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Get started with Veritas Prep GMAT On Demand for $199 Veritas Prep Reviews GMAT Club Legend Joined: 09 Sep 2013 Posts: 13995 Followers: 592 Kudos [?]: 168 [0], given: 0 Re: Ratio and Proportion [#permalink] ### Show Tags 04 Dec 2013, 11:56 Hello from the GMAT Club BumpBot! Thanks to another GMAT Club member, I have just discovered this valuable topic, yet it had no discussion for over a year. I am now bumping it up - doing my job. I think you may find it valuable (esp those replies with Kudos). Want to see all other topics I dig out? Follow me (click follow button on profile). You will receive a summary of all topics I bump in your profile area as well as via email. _________________ GMAT Club Legend Joined: 09 Sep 2013 Posts: 13995 Followers: 592 Kudos [?]: 168 [0], given: 0 Re: Ratio and Proportion [#permalink] ### Show Tags 23 Mar 2015, 11:51 Hello from the GMAT Club BumpBot! Thanks to another GMAT Club member, I have just discovered this valuable topic, yet it had no discussion for over a year. I am now bumping it up - doing my job. I think you may find it valuable (esp those replies with Kudos). Want to see all other topics I dig out? Follow me (click follow button on profile). You will receive a summary of all topics I bump in your profile area as well as via email. _________________ EMPOWERgmat Instructor Status: GMAT Assassin/Co-Founder Affiliations: EMPOWERgmat Joined: 19 Dec 2014 Posts: 8597 Location: United States (CA) GMAT 1: 800 Q51 V49 GRE 1: 340 Q170 V170 Followers: 400 Kudos [?]: 2570 [0], given: 166 Re: Ratio and Proportion [#permalink] ### Show Tags 23 Mar 2015, 16:53 Hi All, When dealing with a prompt that includes multiple ratios, it's often helpful to start with the variable that has the "weirdest" ratios attached to it. In this example, none of the ratios is that "weird", so I'd look at the variable with the "biggest" numbers attached and start there.... We're given: A:B 2:3 B:C 3:4 C:D 8:9 D:E 27:12 D has to be a multiple of 9 and 27, so let's "lock in" that value at 27.... D = 27 so..... E = 12 C:D 8:9 Since we "tripled" the D, we have to "triple" the C......C = 8(3) = 24 With the value of C, we can work back to figure out the B and the A C = 24 B:C 3:4 Since we had to multiply the C by 6, we have to multiply the B by 6.... B = 3(6) = 18 A:B 2:3 Finally, we had to multiply the B by 6, so we have to multiply the A by 6.... A = 2(6) = 12 The final ratio of A:B:C:D:E is.... 12:18:24:27:12 Since all of these numbers are divisible by 3, we can reduce this ratio to.... 4:6:8:9:4 GMAT assassins aren't born, they're made, Rich _________________ # Rich Cohen Co-Founder & GMAT Assassin # Special Offer: Save$75 + GMAT Club Tests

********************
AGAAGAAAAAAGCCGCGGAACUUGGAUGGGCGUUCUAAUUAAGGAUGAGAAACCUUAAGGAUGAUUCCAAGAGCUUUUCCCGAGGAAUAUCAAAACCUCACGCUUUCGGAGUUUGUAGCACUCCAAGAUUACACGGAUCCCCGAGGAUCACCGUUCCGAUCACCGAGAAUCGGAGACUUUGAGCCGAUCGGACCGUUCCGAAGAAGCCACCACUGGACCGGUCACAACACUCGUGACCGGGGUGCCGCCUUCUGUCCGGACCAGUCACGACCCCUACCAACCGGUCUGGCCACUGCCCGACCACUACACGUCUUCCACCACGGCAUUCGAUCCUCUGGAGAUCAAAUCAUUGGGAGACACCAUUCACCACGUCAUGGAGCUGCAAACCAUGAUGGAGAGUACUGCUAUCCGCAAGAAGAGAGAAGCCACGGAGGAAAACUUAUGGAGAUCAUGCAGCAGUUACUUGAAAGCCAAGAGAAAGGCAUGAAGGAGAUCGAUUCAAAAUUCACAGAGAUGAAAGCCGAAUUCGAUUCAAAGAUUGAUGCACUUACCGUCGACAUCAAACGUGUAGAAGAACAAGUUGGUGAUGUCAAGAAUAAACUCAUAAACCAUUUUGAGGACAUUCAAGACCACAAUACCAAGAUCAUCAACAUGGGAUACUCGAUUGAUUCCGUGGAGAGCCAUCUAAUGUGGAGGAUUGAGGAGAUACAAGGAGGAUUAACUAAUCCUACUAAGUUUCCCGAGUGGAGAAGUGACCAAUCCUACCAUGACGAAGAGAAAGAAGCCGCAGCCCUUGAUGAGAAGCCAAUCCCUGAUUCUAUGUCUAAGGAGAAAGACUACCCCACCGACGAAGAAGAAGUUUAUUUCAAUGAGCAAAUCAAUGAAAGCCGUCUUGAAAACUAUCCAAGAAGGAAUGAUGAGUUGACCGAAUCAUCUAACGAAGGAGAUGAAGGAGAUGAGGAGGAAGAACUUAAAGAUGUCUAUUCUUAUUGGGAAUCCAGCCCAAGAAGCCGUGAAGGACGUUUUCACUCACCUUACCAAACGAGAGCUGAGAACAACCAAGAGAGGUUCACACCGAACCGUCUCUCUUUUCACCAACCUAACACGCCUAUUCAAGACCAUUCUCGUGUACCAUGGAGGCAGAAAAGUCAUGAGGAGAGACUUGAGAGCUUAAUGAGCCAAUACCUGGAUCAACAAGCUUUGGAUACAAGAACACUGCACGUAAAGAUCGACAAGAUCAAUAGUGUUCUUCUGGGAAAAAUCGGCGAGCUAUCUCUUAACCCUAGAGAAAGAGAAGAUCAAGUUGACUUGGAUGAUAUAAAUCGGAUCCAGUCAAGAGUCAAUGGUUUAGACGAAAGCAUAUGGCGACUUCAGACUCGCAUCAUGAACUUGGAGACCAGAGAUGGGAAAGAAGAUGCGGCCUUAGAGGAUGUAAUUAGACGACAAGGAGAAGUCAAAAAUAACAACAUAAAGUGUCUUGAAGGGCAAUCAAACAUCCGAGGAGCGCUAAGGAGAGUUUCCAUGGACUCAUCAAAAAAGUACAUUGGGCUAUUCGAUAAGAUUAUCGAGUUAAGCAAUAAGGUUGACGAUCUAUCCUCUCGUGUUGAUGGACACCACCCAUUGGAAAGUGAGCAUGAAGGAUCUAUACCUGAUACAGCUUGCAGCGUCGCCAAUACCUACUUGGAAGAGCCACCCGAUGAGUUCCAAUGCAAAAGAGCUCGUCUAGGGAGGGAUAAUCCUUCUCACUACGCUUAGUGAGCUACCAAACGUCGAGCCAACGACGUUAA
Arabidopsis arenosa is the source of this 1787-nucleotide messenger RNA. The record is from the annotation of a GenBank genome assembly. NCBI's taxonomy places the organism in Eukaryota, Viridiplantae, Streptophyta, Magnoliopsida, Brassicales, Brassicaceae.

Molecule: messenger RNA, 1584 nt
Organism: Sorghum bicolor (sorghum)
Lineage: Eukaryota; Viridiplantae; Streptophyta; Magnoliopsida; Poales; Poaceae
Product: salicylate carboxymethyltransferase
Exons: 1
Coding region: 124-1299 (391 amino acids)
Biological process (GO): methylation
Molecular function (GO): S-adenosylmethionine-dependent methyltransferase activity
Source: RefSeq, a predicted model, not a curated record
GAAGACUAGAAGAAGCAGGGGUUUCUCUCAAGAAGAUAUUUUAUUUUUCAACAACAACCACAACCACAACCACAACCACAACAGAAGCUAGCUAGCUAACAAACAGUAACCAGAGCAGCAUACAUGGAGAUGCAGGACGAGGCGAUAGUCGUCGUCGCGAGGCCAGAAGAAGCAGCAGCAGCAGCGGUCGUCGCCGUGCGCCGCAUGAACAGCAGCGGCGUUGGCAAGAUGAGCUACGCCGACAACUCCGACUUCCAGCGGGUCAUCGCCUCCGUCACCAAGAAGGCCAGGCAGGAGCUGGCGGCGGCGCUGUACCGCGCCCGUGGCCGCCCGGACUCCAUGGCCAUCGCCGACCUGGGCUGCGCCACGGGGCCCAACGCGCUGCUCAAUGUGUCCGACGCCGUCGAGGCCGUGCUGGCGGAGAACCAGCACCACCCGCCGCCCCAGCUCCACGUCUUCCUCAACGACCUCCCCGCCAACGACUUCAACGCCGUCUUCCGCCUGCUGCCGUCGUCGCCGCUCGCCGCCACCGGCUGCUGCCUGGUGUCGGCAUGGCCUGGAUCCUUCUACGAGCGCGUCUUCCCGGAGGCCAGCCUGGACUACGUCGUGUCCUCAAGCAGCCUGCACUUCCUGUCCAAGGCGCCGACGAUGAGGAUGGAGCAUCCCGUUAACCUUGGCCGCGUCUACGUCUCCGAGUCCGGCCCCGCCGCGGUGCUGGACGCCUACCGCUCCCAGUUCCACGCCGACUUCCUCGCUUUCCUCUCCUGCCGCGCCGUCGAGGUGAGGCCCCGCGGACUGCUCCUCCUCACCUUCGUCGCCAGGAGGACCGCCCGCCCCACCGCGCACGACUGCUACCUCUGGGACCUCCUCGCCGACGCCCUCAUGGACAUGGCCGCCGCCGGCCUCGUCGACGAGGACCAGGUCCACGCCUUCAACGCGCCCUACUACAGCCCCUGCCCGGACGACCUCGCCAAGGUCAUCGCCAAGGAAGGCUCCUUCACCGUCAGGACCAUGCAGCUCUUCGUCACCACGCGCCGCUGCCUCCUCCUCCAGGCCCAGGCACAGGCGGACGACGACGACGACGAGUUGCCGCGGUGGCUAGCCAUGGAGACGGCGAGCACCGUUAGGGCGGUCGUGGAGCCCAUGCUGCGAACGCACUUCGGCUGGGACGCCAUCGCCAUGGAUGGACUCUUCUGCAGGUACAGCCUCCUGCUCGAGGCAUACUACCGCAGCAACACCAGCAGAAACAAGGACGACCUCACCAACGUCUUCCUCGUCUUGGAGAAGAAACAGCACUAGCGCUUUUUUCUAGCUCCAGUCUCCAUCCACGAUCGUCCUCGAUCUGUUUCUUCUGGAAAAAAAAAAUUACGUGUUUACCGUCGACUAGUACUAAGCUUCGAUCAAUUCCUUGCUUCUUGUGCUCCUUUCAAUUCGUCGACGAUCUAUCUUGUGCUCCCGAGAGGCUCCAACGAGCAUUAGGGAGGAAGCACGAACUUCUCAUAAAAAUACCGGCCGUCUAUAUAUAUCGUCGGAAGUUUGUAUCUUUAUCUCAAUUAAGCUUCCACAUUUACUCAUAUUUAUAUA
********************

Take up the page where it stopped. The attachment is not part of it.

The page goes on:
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01 Apr 2015, 23:32
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This rule is useful in Ratio & Proportion topic.

Rule of Three
The method of finding the 4th term of the proportion when the other three are known is known as the Rule of Three / Simple Proportion. Let’s understand it with an example.

Example 2: If in a particular interval of time 12 girls make 111 dolls, then how many girls should be employed for making 148 dolls?
Solution:
Rule I - ____ : ____ = ____ : Number of Girls
Rule II- ____ : ____ = 12 : X
Rule III- 111 : 148 = 12 : X
According to Rule of Three,
X = (Multiplication of Means)/ (First Term)
So, Number of girls = X = (12*148)/111 = 16

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17 Aug 2016, 04:19
Hello from the GMAT Club BumpBot!

Thanks to another GMAT Club member, I have just discovered this valuable topic, yet it had no discussion for over a year. I am now bumping it up - doing my job. I think you may find it valuable (esp those replies with Kudos).

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Re: Ratio and Proportion   [#permalink] 17 Aug 2016, 04:19